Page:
Mark interviews bestselling science-fiction author Craig Martelle about his journey into and through writing, the 20Booksto50K™ group and conferences, and his new book Successful Indie Author Release Strategies.
Prior to the interview, Mark shares a personal update about his recent visit to Calgary, Alberta for the When Words Collide conference, where he sat on panels, did 1:1 author consultations, and gave a couple of presentations, including a new one on The 7 P’s of Publishing Success based on his book of the same name.
Mark then shares comments on Episode 88 from Michelle Norry and Tracy Arial, discusses the comments, and reminds them that they are now entered into a chance to win a signed copy of David Wind’s book The Indie Writer’s Handbook. (Contest is over end of day Friday August 16, 2019 and winners will be announced in Episode 91).
He also thanks patrons of the show, and reminds them that they are all already entered in a chance to win the other one of two signed copies. This is one of the bonuses for patrons, which include the additional “Stark Reflections on other Podcasts” special episodes. Mark shares that he recently pushed out a special patron-only reflection on other podcasts for Episode 85 of The Career Author Podcast where hosts J. Thorn and Zach Bohannon talked about using pen names.
Mark then shares a word about this episode’s sponsor that includes an update on the new Voices Share royalty splitting program.
In their chat, Mark and Craig talk about:
- Craig’s belief in working hard, putting in 12 to 14 hours a day for seven days a week
- Being close to the epicenter of the origin of Dungeons and Dragons and the influence that had on Craig’s reading and creative mind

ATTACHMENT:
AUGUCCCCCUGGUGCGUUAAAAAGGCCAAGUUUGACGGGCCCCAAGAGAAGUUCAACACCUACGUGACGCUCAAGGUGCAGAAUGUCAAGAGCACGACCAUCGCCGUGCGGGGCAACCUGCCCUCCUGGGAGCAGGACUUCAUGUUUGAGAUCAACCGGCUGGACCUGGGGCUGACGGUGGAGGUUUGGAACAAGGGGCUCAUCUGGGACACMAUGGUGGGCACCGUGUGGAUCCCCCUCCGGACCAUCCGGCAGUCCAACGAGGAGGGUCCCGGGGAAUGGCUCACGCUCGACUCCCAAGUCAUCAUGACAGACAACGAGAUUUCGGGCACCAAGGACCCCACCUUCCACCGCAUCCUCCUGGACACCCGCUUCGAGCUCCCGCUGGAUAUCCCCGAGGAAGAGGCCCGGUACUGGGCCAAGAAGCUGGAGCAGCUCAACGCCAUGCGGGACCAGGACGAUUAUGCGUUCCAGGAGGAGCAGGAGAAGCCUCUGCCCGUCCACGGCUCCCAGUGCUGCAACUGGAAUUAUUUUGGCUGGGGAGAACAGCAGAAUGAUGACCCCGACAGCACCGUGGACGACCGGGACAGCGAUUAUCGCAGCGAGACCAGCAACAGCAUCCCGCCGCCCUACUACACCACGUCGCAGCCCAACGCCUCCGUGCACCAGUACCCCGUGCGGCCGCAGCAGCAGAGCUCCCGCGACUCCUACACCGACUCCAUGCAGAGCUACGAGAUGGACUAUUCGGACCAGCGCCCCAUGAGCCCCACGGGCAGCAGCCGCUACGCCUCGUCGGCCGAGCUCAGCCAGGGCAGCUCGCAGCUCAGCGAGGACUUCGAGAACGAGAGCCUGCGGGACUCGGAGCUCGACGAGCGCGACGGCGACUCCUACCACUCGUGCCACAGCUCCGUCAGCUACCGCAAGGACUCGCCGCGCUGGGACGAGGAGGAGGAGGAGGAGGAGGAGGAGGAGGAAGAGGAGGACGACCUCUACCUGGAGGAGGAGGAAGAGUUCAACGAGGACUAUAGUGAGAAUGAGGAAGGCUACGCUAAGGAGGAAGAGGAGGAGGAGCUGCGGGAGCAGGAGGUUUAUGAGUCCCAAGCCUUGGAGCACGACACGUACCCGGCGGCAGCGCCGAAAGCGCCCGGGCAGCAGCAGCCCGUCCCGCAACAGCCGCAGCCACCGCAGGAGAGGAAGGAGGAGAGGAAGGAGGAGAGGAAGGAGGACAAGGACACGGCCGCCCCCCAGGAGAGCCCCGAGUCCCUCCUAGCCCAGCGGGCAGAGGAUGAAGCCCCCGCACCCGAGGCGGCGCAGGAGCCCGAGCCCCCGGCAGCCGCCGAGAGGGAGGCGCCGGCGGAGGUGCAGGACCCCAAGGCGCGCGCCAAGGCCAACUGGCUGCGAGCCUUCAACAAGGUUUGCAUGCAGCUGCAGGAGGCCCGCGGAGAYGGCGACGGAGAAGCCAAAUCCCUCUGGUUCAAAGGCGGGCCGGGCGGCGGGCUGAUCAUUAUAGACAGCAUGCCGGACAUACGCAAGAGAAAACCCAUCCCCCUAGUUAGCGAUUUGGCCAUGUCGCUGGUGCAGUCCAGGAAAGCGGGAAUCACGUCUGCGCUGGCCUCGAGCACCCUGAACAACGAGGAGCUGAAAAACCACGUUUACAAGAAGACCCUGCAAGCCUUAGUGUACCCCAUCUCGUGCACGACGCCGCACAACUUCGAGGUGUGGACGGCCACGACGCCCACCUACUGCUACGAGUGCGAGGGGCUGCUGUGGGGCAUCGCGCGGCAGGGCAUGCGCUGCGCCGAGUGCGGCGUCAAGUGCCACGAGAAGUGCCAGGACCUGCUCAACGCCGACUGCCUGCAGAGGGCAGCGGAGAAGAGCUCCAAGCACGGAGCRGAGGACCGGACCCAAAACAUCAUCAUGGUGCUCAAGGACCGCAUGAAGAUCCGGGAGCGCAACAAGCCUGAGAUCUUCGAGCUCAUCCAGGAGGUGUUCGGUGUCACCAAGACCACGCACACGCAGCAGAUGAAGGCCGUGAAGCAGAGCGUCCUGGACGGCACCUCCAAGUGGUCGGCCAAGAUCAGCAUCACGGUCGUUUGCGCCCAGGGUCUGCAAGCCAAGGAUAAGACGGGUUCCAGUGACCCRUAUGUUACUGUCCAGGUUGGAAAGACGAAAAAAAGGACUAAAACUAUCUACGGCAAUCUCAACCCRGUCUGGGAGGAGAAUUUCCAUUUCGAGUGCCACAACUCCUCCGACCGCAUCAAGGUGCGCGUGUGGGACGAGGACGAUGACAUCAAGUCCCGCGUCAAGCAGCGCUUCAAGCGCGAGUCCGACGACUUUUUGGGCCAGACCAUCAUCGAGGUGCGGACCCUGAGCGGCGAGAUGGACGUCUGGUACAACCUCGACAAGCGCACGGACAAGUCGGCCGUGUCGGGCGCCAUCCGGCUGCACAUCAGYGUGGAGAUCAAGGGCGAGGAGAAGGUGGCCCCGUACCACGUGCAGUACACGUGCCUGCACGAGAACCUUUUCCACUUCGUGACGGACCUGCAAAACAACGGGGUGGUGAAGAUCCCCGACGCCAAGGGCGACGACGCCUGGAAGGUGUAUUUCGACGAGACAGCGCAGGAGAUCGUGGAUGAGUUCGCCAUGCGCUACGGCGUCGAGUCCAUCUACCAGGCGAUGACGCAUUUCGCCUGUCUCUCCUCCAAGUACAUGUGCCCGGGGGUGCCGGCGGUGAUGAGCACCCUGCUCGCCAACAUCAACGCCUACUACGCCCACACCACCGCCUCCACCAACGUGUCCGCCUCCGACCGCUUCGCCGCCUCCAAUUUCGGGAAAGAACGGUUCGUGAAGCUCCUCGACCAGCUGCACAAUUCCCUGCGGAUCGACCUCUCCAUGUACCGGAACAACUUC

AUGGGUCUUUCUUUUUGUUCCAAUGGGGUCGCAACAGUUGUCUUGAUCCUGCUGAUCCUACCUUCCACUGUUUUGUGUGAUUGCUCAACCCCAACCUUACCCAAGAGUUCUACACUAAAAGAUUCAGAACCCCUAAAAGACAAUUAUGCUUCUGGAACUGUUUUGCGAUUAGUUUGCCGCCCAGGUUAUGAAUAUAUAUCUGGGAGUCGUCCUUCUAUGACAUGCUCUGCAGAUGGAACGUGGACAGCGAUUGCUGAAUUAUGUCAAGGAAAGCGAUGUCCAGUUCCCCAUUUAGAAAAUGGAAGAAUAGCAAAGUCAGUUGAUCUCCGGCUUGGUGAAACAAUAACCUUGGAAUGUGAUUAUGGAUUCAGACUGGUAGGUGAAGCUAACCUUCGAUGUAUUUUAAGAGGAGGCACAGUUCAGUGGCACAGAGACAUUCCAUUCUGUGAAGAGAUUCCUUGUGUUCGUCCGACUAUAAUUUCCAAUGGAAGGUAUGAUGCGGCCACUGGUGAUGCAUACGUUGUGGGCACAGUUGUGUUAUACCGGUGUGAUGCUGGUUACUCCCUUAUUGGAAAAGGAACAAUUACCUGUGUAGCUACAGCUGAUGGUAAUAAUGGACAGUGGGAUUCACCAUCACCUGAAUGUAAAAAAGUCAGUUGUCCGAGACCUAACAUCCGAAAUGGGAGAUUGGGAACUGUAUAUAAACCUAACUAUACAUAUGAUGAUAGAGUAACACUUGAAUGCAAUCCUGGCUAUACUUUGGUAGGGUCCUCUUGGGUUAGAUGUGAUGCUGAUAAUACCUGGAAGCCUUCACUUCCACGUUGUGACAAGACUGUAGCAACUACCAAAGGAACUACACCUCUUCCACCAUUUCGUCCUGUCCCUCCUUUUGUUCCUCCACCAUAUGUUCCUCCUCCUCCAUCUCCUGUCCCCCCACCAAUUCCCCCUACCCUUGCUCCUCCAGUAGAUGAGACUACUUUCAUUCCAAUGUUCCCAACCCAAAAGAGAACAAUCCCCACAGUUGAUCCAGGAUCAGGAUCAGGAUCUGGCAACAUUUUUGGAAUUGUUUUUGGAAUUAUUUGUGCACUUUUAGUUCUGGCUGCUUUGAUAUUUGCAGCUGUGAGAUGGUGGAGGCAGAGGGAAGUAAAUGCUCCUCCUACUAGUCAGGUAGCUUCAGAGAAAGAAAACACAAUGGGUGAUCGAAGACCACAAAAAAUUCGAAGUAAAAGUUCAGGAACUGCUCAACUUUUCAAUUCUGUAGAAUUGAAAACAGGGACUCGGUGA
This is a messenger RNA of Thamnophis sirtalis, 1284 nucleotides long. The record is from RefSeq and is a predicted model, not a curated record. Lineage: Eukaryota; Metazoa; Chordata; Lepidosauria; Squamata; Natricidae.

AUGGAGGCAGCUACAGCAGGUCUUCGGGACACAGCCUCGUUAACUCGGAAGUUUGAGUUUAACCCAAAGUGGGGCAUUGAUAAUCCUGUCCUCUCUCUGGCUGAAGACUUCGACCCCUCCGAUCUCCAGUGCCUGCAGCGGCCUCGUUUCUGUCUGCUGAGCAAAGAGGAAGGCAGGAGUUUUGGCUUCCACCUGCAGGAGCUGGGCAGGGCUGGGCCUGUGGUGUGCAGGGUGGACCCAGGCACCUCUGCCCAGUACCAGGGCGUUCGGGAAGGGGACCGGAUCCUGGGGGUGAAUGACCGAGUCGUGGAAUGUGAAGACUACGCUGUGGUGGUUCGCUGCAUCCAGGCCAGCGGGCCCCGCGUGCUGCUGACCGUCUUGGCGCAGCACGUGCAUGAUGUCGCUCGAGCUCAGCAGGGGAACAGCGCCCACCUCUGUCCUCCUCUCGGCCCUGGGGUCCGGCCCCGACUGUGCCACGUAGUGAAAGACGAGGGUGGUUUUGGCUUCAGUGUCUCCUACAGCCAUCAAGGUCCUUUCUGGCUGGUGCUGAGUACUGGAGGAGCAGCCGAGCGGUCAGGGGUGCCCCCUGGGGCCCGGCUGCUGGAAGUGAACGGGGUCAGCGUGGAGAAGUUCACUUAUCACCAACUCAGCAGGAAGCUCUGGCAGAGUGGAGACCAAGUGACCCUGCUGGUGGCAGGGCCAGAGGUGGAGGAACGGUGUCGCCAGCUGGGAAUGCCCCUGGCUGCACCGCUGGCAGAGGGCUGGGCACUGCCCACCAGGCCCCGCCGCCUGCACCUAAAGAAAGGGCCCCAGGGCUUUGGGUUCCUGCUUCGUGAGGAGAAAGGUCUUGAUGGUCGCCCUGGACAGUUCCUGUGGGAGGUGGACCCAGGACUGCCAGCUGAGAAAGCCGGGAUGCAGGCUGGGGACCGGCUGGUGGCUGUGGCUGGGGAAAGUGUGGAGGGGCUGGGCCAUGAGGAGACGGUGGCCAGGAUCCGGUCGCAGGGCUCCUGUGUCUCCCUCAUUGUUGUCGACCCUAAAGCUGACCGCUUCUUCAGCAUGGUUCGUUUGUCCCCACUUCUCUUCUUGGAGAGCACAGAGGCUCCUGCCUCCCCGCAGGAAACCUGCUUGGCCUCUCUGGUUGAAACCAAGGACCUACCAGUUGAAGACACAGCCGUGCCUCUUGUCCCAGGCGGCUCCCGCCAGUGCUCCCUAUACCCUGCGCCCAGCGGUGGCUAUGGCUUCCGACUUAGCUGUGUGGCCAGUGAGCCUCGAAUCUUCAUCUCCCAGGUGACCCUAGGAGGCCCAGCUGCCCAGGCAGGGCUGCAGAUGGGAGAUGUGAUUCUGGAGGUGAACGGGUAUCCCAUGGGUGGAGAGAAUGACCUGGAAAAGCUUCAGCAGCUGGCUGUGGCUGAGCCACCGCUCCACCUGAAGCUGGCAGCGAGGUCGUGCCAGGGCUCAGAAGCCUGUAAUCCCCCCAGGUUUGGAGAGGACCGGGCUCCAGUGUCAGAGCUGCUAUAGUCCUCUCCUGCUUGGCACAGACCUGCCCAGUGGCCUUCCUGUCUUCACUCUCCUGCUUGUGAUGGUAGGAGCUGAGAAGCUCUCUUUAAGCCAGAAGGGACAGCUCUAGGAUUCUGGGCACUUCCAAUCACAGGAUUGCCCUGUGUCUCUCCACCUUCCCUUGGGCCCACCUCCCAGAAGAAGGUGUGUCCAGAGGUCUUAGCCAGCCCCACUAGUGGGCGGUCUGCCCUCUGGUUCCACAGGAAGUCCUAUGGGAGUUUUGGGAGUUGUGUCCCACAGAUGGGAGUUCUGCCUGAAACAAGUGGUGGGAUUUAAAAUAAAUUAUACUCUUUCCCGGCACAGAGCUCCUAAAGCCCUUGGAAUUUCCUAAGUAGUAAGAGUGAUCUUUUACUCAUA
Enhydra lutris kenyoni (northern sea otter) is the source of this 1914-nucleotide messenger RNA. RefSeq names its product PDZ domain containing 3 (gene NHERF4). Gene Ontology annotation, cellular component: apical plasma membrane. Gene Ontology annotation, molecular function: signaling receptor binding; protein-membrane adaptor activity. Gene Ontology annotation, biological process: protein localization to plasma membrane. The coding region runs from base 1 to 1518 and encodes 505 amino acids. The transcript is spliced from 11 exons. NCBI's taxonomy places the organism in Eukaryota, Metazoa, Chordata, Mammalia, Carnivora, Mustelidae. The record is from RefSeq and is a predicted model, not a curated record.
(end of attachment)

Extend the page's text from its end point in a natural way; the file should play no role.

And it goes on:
- The “Amateurs talk tactics and professionals talk logistics” philosophy from the Marine Corp that influences Craig’s author business approach
- Applying a business consultant approach to writing and the 100,000 word first novel that Craig wrote that took 61 days
- The importance of practice
- Craig’s experience selling the rights to his first book to a traditional publisher (an imprint of Simon & Schuster)
- How Craig uses data to help him make decisions, and how data that doesn’t help a person make decisions isn’t necessarily important data
- Why he put an editor on salary early in his career so that the waiting period on an editor was as short as possible
- The origin of the 20Booksto50K(TM) movement initiated by Michael Anderle and the in person writing conferences that Craig runs
- Why the 20Booksto50K Facebook group is so locked down in terms of comments/self-promotional posts, etc.
- How if you want to be carried that this business isn’t for you
- How writing his non-fiction books is mostly Craig’s way of saving himself a lot of time answering the same questions repeatedly
- Elements from Craig’s book SUCCESSFUL INDIE AUTHOR RELEASE STRATEGIES, such as what is far more important than the volume of books you produce in a particular time period: consistency and establishing and keeping your promise to the reader
- The recent overseas conference plus writing retreat that Craig ran which went well above his initial expectations